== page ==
6:00 p.m. Final polls in Indiana/Kentucky. Polls close in Virginia. (They also close in Georgia, South Carolina and Vermont.)
Bernie Sanders has won re-election in Vermont; Virginia Senate race too close to call.
NBC calls Indiana for Romney; Democrat Joe Donnelly has slight lead with 7% reporting.
6:42 p.m. West Virginia and South Carolina both called for Romney.
6:47 p.m. Polls still open in Florida although there's some counting going on, with Obama in the lead, but close.
North Carolina polls are closed, and Obama is leading with 9% of the vote in. Exit polls seem to give Obama a shot in North Carolina.
7:00 p.m. NBC calls Georgia for Romney. 7:00 p.m.
Poll closings... Pennsylvania, Michigan, Missouri, Illinois, Massachusetts, Maine, North Dakota, Florida and New Hampshire. (Also non-leaners Alabama, Connecticut, Delaware, Illinois, Maryland, Mississippi, New Jersey, Oklahoma, Rhode Island, Tennessee and Texas.)
7:04 p.m. Interesting Senate races in this round, including Warren/Brown in Massachusetts; NBC calles Maine Senate race for independent Angus King.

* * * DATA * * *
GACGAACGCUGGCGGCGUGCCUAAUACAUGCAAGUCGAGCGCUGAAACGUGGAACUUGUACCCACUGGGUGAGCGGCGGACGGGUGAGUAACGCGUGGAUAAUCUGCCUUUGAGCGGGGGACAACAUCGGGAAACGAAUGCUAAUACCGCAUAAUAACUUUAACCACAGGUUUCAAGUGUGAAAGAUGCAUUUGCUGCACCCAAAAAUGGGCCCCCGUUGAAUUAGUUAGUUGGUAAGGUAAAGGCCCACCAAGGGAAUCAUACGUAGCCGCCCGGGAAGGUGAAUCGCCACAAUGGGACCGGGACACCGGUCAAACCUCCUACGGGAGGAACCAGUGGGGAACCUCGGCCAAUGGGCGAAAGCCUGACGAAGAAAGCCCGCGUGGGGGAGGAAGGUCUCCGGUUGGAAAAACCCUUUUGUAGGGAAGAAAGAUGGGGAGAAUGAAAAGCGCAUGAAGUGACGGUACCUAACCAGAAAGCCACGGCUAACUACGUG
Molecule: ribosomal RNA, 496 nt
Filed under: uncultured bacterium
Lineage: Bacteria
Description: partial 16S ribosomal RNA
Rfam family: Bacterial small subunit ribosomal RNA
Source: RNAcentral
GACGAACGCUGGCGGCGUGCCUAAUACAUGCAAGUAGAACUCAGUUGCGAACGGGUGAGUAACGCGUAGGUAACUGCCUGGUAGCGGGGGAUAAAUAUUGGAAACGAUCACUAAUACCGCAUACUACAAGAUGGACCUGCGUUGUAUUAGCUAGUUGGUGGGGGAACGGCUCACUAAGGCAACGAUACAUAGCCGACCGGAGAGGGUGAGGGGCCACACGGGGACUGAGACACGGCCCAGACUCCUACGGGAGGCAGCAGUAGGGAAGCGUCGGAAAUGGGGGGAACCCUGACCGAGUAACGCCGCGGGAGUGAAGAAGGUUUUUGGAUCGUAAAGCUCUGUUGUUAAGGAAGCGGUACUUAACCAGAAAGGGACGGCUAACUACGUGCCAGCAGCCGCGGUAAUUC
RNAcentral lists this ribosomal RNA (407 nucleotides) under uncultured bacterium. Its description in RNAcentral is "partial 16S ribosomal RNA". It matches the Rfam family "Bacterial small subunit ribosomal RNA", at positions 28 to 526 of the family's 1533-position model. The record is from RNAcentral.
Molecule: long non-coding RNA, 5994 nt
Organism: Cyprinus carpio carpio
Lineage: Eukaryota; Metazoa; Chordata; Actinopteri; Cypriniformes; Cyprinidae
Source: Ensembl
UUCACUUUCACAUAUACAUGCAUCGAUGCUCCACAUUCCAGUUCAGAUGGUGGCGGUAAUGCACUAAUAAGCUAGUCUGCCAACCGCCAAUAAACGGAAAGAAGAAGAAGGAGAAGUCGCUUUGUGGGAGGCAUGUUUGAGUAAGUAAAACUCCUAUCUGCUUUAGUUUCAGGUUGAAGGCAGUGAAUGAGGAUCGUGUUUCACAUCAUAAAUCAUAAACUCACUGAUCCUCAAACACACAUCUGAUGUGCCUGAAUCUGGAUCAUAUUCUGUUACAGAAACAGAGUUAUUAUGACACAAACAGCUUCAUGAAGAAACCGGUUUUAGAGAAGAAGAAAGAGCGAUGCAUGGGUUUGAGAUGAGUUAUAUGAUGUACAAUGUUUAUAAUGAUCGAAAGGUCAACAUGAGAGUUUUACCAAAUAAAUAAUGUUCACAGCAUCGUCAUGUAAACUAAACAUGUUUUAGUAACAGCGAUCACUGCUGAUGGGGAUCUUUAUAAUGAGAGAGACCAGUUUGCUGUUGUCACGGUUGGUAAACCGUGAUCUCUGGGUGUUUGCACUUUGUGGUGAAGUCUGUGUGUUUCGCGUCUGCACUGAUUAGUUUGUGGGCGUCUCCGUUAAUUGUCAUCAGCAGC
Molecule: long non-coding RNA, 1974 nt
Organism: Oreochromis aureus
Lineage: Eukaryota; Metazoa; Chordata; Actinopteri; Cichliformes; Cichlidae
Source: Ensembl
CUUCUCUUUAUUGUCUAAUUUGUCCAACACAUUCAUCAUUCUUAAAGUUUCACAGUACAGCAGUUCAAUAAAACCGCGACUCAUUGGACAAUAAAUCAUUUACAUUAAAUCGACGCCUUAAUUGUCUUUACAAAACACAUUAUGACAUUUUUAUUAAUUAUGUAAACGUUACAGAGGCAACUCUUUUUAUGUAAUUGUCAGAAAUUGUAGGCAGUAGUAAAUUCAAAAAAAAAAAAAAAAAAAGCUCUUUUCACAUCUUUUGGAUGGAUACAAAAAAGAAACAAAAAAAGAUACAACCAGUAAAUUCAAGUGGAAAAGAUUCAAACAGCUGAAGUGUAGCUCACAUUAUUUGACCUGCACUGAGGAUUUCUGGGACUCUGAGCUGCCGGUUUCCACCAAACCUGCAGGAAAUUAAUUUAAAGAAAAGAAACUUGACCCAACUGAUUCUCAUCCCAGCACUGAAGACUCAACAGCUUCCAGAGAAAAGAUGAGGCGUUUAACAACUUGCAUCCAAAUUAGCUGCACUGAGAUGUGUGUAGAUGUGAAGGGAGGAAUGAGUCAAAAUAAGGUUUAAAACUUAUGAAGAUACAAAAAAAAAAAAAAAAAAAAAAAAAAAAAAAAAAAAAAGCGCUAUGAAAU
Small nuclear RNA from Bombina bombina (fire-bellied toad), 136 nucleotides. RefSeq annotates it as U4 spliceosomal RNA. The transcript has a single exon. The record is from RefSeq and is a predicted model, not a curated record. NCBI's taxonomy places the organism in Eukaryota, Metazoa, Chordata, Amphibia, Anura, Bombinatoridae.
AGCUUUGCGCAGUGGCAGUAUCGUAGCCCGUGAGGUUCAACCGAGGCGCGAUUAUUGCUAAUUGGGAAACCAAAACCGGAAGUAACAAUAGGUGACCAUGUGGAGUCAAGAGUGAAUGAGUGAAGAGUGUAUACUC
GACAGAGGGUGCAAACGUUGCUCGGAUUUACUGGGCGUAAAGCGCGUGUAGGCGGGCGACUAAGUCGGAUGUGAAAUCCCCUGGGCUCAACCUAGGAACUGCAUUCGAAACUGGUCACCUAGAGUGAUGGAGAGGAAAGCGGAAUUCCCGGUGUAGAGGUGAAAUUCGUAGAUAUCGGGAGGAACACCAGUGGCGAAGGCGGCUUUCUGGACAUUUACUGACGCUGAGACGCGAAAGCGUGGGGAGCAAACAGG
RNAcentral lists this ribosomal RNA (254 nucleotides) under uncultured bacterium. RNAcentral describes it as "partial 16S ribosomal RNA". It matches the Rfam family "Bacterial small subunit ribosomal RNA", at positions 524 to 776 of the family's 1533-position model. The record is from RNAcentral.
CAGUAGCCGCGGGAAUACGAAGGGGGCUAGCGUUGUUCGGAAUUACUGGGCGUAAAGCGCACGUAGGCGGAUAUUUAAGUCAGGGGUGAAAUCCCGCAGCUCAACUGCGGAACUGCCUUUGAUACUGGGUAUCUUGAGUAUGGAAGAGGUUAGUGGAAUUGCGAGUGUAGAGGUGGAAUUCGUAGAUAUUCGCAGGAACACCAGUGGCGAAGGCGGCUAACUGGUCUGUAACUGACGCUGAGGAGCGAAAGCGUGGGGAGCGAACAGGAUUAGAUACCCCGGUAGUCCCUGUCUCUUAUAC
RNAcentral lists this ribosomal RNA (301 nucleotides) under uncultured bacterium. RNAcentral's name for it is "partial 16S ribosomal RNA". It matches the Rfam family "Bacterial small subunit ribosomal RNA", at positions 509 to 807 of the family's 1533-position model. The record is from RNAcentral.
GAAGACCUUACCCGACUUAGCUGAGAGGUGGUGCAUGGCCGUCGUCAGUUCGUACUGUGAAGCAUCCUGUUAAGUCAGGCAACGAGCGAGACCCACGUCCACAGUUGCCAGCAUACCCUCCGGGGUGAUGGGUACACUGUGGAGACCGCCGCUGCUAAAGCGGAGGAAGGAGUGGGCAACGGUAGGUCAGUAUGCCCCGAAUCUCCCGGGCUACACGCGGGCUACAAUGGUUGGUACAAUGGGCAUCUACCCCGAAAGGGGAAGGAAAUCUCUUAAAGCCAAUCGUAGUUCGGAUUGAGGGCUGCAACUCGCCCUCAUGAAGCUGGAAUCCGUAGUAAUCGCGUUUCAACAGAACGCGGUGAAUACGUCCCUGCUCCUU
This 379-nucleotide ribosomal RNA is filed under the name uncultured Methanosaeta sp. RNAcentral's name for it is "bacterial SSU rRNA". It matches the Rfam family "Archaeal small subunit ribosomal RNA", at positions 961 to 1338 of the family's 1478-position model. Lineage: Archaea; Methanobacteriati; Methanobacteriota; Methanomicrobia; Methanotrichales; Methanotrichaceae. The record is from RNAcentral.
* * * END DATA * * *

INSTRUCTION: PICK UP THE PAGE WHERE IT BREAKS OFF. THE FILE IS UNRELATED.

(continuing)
7:06 p.m. New Hampshire, Florida and Pennsylvania are too close to call according to NBC.
7:08 p.m. AP: reports: Obama carried Connecticut, Rhode Island, Vermont and Romney's home state of Massachusetts. Also as expected, he won Delaware and Maryland as well as the District of Columbia and Illinois. Romney had South Carolina, Oklahoma, Kentucky and West Virginia in his column. He also won Indiana, a state Obama carried in 2008 but did not contest this year.
7:29 Roger Wicker wins re-election in Mississippi.
7:56 A lot still undecided; NC and FL being tough to call bodes better for Obama than Romney. McCaskill, Warren leading; CNN calls Pennsylvania for Casey, all Democrats leading/winning.
8:00 Polls close in swing states Colorado and Wisconsin, and in close-ish Arizona, Minnesota and New Mexico. (Plus: Louisiana, Nebraska, New York and Wyoming.)